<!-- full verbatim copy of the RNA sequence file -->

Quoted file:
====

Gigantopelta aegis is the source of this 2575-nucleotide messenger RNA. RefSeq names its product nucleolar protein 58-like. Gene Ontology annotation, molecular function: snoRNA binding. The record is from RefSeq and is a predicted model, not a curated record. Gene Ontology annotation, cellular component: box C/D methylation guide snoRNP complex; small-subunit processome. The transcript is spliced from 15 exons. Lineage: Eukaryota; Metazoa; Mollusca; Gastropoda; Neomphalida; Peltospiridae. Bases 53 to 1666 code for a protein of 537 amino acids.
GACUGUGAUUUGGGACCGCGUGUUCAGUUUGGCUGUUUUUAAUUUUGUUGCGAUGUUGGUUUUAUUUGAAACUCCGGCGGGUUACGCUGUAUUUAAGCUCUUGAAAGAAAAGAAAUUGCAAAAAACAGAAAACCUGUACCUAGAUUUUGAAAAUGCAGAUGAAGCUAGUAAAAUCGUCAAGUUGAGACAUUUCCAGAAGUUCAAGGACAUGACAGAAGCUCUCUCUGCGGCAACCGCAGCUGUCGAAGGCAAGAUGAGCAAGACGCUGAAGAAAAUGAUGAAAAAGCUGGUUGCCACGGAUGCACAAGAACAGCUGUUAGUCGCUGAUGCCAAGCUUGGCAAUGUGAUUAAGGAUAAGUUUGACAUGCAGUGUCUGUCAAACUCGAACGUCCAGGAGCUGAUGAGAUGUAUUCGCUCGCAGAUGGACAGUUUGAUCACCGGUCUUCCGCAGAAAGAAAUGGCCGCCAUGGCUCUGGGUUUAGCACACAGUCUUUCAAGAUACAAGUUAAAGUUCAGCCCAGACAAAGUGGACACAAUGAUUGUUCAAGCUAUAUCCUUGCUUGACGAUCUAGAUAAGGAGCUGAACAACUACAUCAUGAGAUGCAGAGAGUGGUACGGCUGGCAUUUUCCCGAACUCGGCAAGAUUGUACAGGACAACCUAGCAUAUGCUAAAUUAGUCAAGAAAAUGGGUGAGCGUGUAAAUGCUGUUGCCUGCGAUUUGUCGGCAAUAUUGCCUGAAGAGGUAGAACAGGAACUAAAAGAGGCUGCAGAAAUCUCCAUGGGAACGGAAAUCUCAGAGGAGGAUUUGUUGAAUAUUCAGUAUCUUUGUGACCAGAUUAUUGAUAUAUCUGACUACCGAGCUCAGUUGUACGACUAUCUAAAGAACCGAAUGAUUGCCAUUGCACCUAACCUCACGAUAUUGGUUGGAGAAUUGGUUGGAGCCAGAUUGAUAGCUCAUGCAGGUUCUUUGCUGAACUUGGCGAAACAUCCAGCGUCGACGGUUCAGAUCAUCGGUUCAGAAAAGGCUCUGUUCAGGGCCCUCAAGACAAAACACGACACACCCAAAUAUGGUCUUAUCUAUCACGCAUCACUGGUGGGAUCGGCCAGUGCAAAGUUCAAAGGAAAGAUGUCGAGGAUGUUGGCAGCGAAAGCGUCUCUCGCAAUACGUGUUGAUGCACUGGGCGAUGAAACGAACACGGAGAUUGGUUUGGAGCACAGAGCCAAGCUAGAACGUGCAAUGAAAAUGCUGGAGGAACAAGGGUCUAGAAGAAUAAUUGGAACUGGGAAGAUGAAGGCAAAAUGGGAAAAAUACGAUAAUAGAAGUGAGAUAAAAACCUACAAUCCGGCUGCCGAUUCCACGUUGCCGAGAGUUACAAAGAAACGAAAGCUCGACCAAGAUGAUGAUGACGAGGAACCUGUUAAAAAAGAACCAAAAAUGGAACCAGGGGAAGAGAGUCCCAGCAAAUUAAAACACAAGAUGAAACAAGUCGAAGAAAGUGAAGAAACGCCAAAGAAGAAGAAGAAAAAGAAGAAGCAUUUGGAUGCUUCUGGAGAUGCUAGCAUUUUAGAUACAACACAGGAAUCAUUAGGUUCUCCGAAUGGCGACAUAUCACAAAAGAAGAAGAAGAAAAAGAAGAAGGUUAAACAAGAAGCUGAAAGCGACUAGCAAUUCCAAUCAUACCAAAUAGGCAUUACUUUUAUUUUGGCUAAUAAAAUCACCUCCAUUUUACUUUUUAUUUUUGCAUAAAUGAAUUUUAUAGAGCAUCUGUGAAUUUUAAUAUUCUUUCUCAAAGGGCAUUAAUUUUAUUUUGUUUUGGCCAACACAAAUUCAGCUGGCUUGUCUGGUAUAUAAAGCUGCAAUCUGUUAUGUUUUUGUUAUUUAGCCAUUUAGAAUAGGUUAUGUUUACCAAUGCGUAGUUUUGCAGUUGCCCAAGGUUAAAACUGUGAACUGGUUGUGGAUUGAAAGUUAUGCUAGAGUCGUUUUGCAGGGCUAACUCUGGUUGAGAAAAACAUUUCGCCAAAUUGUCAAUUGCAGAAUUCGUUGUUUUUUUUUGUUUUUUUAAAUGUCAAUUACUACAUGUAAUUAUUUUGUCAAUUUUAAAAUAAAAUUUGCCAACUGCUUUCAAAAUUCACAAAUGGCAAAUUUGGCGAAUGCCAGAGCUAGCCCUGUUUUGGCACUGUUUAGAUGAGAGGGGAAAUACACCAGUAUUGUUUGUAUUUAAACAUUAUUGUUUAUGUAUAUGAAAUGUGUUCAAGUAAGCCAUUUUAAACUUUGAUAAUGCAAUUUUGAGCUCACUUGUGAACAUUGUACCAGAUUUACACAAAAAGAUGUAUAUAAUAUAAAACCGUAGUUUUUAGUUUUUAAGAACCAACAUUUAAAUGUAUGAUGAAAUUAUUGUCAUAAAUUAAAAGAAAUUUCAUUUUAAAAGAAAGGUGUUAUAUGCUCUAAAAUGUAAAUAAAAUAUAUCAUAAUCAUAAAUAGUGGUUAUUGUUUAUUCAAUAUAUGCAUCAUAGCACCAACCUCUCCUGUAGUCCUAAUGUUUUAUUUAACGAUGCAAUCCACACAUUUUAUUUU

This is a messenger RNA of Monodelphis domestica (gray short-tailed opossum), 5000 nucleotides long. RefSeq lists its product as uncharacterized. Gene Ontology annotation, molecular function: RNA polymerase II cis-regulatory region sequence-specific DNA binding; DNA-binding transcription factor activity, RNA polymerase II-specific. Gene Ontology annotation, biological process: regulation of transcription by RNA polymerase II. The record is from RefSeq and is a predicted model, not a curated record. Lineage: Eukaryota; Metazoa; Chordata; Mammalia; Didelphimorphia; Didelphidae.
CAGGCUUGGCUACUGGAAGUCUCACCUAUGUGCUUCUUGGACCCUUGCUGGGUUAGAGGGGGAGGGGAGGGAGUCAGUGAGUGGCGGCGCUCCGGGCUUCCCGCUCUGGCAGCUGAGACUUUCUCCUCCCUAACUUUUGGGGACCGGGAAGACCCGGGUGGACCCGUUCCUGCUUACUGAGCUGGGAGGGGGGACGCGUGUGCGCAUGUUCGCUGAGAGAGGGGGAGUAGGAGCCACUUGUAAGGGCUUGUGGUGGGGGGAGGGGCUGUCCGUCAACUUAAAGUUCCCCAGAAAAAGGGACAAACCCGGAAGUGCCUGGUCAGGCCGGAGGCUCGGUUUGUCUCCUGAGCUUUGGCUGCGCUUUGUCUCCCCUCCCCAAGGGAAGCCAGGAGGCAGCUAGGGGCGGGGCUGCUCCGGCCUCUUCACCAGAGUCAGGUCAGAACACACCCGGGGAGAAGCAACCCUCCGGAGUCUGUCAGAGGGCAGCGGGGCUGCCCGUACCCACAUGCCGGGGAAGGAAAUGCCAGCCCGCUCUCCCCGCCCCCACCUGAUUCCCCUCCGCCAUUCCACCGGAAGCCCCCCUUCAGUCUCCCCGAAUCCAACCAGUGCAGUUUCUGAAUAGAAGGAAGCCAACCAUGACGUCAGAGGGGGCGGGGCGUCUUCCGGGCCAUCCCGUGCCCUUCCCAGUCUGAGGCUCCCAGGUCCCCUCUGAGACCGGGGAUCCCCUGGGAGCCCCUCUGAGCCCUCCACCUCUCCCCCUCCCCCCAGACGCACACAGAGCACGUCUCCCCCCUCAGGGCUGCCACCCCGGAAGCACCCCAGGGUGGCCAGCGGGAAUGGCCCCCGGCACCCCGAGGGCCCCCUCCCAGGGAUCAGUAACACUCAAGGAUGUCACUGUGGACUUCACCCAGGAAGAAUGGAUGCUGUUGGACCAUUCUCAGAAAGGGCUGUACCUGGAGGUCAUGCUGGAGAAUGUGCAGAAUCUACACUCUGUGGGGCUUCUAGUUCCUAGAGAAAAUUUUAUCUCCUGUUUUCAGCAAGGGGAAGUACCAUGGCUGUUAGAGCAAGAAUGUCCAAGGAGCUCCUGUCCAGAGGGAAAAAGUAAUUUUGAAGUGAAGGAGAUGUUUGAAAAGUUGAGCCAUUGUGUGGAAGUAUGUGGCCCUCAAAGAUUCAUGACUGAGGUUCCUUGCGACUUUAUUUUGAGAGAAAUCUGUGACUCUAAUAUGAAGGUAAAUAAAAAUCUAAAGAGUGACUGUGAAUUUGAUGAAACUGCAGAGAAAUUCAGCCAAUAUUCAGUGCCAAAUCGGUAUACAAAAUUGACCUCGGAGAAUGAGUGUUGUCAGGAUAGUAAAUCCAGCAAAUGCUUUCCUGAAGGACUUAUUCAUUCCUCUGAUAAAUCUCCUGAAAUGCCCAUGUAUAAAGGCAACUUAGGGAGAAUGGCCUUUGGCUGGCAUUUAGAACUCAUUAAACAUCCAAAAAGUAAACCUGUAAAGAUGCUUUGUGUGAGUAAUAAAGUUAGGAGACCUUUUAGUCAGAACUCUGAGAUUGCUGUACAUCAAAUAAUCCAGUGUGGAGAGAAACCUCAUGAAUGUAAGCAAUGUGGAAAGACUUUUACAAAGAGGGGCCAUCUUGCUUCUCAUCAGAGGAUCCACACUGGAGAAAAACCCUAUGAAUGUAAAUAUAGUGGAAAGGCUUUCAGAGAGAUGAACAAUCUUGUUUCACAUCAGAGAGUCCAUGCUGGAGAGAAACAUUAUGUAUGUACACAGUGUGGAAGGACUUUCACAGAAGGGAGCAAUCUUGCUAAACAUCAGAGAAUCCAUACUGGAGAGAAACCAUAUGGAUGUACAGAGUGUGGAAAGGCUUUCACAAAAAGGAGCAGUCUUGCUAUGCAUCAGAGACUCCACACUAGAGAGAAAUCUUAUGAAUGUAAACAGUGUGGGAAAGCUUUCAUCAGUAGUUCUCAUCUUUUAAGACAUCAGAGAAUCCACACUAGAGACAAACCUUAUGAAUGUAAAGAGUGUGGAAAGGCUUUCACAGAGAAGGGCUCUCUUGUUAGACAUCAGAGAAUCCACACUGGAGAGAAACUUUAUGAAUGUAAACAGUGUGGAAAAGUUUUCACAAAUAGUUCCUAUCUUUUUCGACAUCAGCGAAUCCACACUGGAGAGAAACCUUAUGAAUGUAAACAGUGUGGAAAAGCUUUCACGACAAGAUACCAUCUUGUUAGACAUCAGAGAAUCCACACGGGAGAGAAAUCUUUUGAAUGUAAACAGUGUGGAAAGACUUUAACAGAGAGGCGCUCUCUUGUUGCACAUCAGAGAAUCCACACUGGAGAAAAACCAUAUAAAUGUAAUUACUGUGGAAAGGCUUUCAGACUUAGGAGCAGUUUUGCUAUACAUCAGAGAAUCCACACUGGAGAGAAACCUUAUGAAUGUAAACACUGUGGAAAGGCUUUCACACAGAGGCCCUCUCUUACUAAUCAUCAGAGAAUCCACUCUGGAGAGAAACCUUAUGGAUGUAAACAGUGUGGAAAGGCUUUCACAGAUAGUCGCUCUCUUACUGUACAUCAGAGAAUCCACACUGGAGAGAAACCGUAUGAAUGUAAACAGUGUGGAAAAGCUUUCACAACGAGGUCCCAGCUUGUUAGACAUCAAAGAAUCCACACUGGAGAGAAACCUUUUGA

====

Gigantopelta aegis is the source of this 2575-nucleotide messenger RNA. RefSeq names its product nucleolar protein 58-like. Gene Ontology annotation, molecular function: snoRNA binding. The record is from RefSeq and is a predicted model, not a curated record. Gene Ontology annotation, cellular component: box C/D methylation guide snoRNP complex; small-subunit processome. The transcript is spliced from 15 exons. Lineage: Eukaryota; Metazoa; Mollusca; Gastropoda; Neomphalida; Peltospiridae. Bases 53 to 1666 code for a protein of 537 amino acids.
GACUGUGAUUUGGGACCGCGUGUUCAGUUUGGCUGUUUUUAAUUUUGUUGCGAUGUUGGUUUUAUUUGAAACUCCGGCGGGUUACGCUGUAUUUAAGCUCUUGAAAGAAAAGAAAUUGCAAAAAACAGAAAACCUGUACCUAGAUUUUGAAAAUGCAGAUGAAGCUAGUAAAAUCGUCAAGUUGAGACAUUUCCAGAAGUUCAAGGACAUGACAGAAGCUCUCUCUGCGGCAACCGCAGCUGUCGAAGGCAAGAUGAGCAAGACGCUGAAGAAAAUGAUGAAAAAGCUGGUUGCCACGGAUGCACAAGAACAGCUGUUAGUCGCUGAUGCCAAGCUUGGCAAUGUGAUUAAGGAUAAGUUUGACAUGCAGUGUCUGUCAAACUCGAACGUCCAGGAGCUGAUGAGAUGUAUUCGCUCGCAGAUGGACAGUUUGAUCACCGGUCUUCCGCAGAAAGAAAUGGCCGCCAUGGCUCUGGGUUUAGCACACAGUCUUUCAAGAUACAAGUUAAAGUUCAGCCCAGACAAAGUGGACACAAUGAUUGUUCAAGCUAUAUCCUUGCUUGACGAUCUAGAUAAGGAGCUGAACAACUACAUCAUGAGAUGCAGAGAGUGGUACGGCUGGCAUUUUCCCGAACUCGGCAAGAUUGUACAGGACAACCUAGCAUAUGCUAAAUUAGUCAAGAAAAUGGGUGAGCGUGUAAAUGCUGUUGCCUGCGAUUUGUCGGCAAUAUUGCCUGAAGAGGUAGAACAGGAACUAAAAGAGGCUGCAGAAAUCUCCAUGGGAACGGAAAUCUCAGAGGAGGAUUUGUUGAAUAUUCAGUAUCUUUGUGACCAGAUUAUUGAUAUAUCUGACUACCGAGCUCAGUUGUACGACUAUCUAAAGAACCGAAUGAUUGCCAUUGCACCUAACCUCACGAUAUUGGUUGGAGAAUUGGUUGGAGCCAGAUUGAUAGCUCAUGCAGGUUCUUUGCUGAACUUGGCGAAACAUCCAGCGUCGACGGUUCAGAUCAUCGGUUCAGAAAAGGCUCUGUUCAGGGCCCUCAAGACAAAACACGACACACCCAAAUAUGGUCUUAUCUAUCACGCAUCACUGGUGGGAUCGGCCAGUGCAAAGUUCAAAGGAAAGAUGUCGAGGAUGUUGGCAGCGAAAGCGUCUCUCGCAAUACGUGUUGAUGCACUGGGCGAUGAAACGAACACGGAGAUUGGUUUGGAGCACAGAGCCAAGCUAGAACGUGCAAUGAAAAUGCUGGAGGAACAAGGGUCUAGAAGAAUAAUUGGAACUGGGAAGAUGAAGGCAAAAUGGGAAAAAUACGAUAAUAGAAGUGAGAUAAAAACCUACAAUCCGGCUGCCGAUUCCACGUUGCCGAGAGUUACAAAGAAACGAAAGCUCGACCAAGAUGAUGAUGACGAGGAACCUGUUAAAAAAGAACCAAAAAUGGAACCAGGGGAAGAGAGUCCCAGCAAAUUAAAACACAAGAUGAAACAAGUCGAAGAAAGUGAAGAAACGCCAAAGAAGAAGAAGAAAAAGAAGAAGCAUUUGGAUGCUUCUGGAGAUGCUAGCAUUUUAGAUACAACACAGGAAUCAUUAGGUUCUCCGAAUGGCGACAUAUCACAAAAGAAGAAGAAGAAAAAGAAGAAGGUUAAACAAGAAGCUGAAAGCGACUAGCAAUUCCAAUCAUACCAAAUAGGCAUUACUUUUAUUUUGGCUAAUAAAAUCACCUCCAUUUUACUUUUUAUUUUUGCAUAAAUGAAUUUUAUAGAGCAUCUGUGAAUUUUAAUAUUCUUUCUCAAAGGGCAUUAAUUUUAUUUUGUUUUGGCCAACACAAAUUCAGCUGGCUUGUCUGGUAUAUAAAGCUGCAAUCUGUUAUGUUUUUGUUAUUUAGCCAUUUAGAAUAGGUUAUGUUUACCAAUGCGUAGUUUUGCAGUUGCCCAAGGUUAAAACUGUGAACUGGUUGUGGAUUGAAAGUUAUGCUAGAGUCGUUUUGCAGGGCUAACUCUGGUUGAGAAAAACAUUUCGCCAAAUUGUCAAUUGCAGAAUUCGUUGUUUUUUUUUGUUUUUUUAAAUGUCAAUUACUACAUGUAAUUAUUUUGUCAAUUUUAAAAUAAAAUUUGCCAACUGCUUUCAAAAUUCACAAAUGGCAAAUUUGGCGAAUGCCAGAGCUAGCCCUGUUUUGGCACUGUUUAGAUGAGAGGGGAAAUACACCAGUAUUGUUUGUAUUUAAACAUUAUUGUUUAUGUAUAUGAAAUGUGUUCAAGUAAGCCAUUUUAAACUUUGAUAAUGCAAUUUUGAGCUCACUUGUGAACAUUGUACCAGAUUUACACAAAAAGAUGUAUAUAAUAUAAAACCGUAGUUUUUAGUUUUUAAGAACCAACAUUUAAAUGUAUGAUGAAAUUAUUGUCAUAAAUUAAAAGAAAUUUCAUUUUAAAAGAAAGGUGUUAUAUGCUCUAAAAUGUAAAUAAAAUAUAUCAUAAUCAUAAAUAGUGGUUAUUGUUUAUUCAAUAUAUGCAUCAUAGCACCAACCUCUCCUGUAGUCCUAAUGUUUUAUUUAACGAUGCAAUCCACACAUUUUAUUUU

This is a messenger RNA of Monodelphis domestica (gray short-tailed opossum), 5000 nucleotides long. RefSeq lists its product as uncharacterized. Gene Ontology annotation, molecular function: RNA polymerase II cis-regulatory region sequence-specific DNA binding; DNA-binding transcription factor activity, RNA polymerase II-specific. Gene Ontology annotation, biological process: regulation of transcription by RNA polymerase II. The record is from RefSeq and is a predicted model, not a curated record. Lineage: Eukaryota; Metazoa; Chordata; Mammalia; Didelphimorphia; Didelphidae.
CAGGCUUGGCUACUGGAAGUCUCACCUAUGUGCUUCUUGGACCCUUGCUGGGUUAGAGGGGGAGGGGAGGGAGUCAGUGAGUGGCGGCGCUCCGGGCUUCCCGCUCUGGCAGCUGAGACUUUCUCCUCCCUAACUUUUGGGGACCGGGAAGACCCGGGUGGACCCGUUCCUGCUUACUGAGCUGGGAGGGGGGACGCGUGUGCGCAUGUUCGCUGAGAGAGGGGGAGUAGGAGCCACUUGUAAGGGCUUGUGGUGGGGGGAGGGGCUGUCCGUCAACUUAAAGUUCCCCAGAAAAAGGGACAAACCCGGAAGUGCCUGGUCAGGCCGGAGGCUCGGUUUGUCUCCUGAGCUUUGGCUGCGCUUUGUCUCCCCUCCCCAAGGGAAGCCAGGAGGCAGCUAGGGGCGGGGCUGCUCCGGCCUCUUCACCAGAGUCAGGUCAGAACACACCCGGGGAGAAGCAACCCUCCGGAGUCUGUCAGAGGGCAGCGGGGCUGCCCGUACCCACAUGCCGGGGAAGGAAAUGCCAGCCCGCUCUCCCCGCCCCCACCUGAUUCCCCUCCGCCAUUCCACCGGAAGCCCCCCUUCAGUCUCCCCGAAUCCAACCAGUGCAGUUUCUGAAUAGAAGGAAGCCAACCAUGACGUCAGAGGGGGCGGGGCGUCUUCCGGGCCAUCCCGUGCCCUUCCCAGUCUGAGGCUCCCAGGUCCCCUCUGAGACCGGGGAUCCCCUGGGAGCCCCUCUGAGCCCUCCACCUCUCCCCCUCCCCCCAGACGCACACAGAGCACGUCUCCCCCCUCAGGGCUGCCACCCCGGAAGCACCCCAGGGUGGCCAGCGGGAAUGGCCCCCGGCACCCCGAGGGCCCCCUCCCAGGGAUCAGUAACACUCAAGGAUGUCACUGUGGACUUCACCCAGGAAGAAUGGAUGCUGUUGGACCAUUCUCAGAAAGGGCUGUACCUGGAGGUCAUGCUGGAGAAUGUGCAGAAUCUACACUCUGUGGGGCUUCUAGUUCCUAGAGAAAAUUUUAUCUCCUGUUUUCAGCAAGGGGAAGUACCAUGGCUGUUAGAGCAAGAAUGUCCAAGGAGCUCCUGUCCAGAGGGAAAAAGUAAUUUUGAAGUGAAGGAGAUGUUUGAAAAGUUGAGCCAUUGUGUGGAAGUAUGUGGCCCUCAAAGAUUCAUGACUGAGGUUCCUUGCGACUUUAUUUUGAGAGAAAUCUGUGACUCUAAUAUGAAGGUAAAUAAAAAUCUAAAGAGUGACUGUGAAUUUGAUGAAACUGCAGAGAAAUUCAGCCAAUAUUCAGUGCCAAAUCGGUAUACAAAAUUGACCUCGGAGAAUGAGUGUUGUCAGGAUAGUAAAUCCAGCAAAUGCUUUCCUGAAGGACUUAUUCAUUCCUCUGAUAAAUCUCCUGAAAUGCCCAUGUAUAAAGGCAACUUAGGGAGAAUGGCCUUUGGCUGGCAUUUAGAACUCAUUAAACAUCCAAAAAGUAAACCUGUAAAGAUGCUUUGUGUGAGUAAUAAAGUUAGGAGACCUUUUAGUCAGAACUCUGAGAUUGCUGUACAUCAAAUAAUCCAGUGUGGAGAGAAACCUCAUGAAUGUAAGCAAUGUGGAAAGACUUUUACAAAGAGGGGCCAUCUUGCUUCUCAUCAGAGGAUCCACACUGGAGAAAAACCCUAUGAAUGUAAAUAUAGUGGAAAGGCUUUCAGAGAGAUGAACAAUCUUGUUUCACAUCAGAGAGUCCAUGCUGGAGAGAAACAUUAUGUAUGUACACAGUGUGGAAGGACUUUCACAGAAGGGAGCAAUCUUGCUAAACAUCAGAGAAUCCAUACUGGAGAGAAACCAUAUGGAUGUACAGAGUGUGGAAAGGCUUUCACAAAAAGGAGCAGUCUUGCUAUGCAUCAGAGACUCCACACUAGAGAGAAAUCUUAUGAAUGUAAACAGUGUGGGAAAGCUUUCAUCAGUAGUUCUCAUCUUUUAAGACAUCAGAGAAUCCACACUAGAGACAAACCUUAUGAAUGUAAAGAGUGUGGAAAGGCUUUCACAGAGAAGGGCUCUCUUGUUAGACAUCAGAGAAUCCACACUGGAGAGAAACUUUAUGAAUGUAAACAGUGUGGAAAAGUUUUCACAAAUAGUUCCUAUCUUUUUCGACAUCAGCGAAUCCACACUGGAGAGAAACCUUAUGAAUGUAAACAGUGUGGAAAAGCUUUCACGACAAGAUACCAUCUUGUUAGACAUCAGAGAAUCCACACGGGAGAGAAAUCUUUUGAAUGUAAACAGUGUGGAAAGACUUUAACAGAGAGGCGCUCUCUUGUUGCACAUCAGAGAAUCCACACUGGAGAAAAACCAUAUAAAUGUAAUUACUGUGGAAAGGCUUUCAGACUUAGGAGCAGUUUUGCUAUACAUCAGAGAAUCCACACUGGAGAGAAACCUUAUGAAUGUAAACACUGUGGAAAGGCUUUCACACAGAGGCCCUCUCUUACUAAUCAUCAGAGAAUCCACUCUGGAGAGAAACCUUAUGGAUGUAAACAGUGUGGAAAGGCUUUCACAGAUAGUCGCUCUCUUACUGUACAUCAGAGAAUCCACACUGGAGAGAAACCGUAUGAAUGUAAACAGUGUGGAAAAGCUUUCACAACGAGGUCCCAGCUUGUUAGACAUCAAAGAAUCCACACUGGAGAGAAACCUUUUGA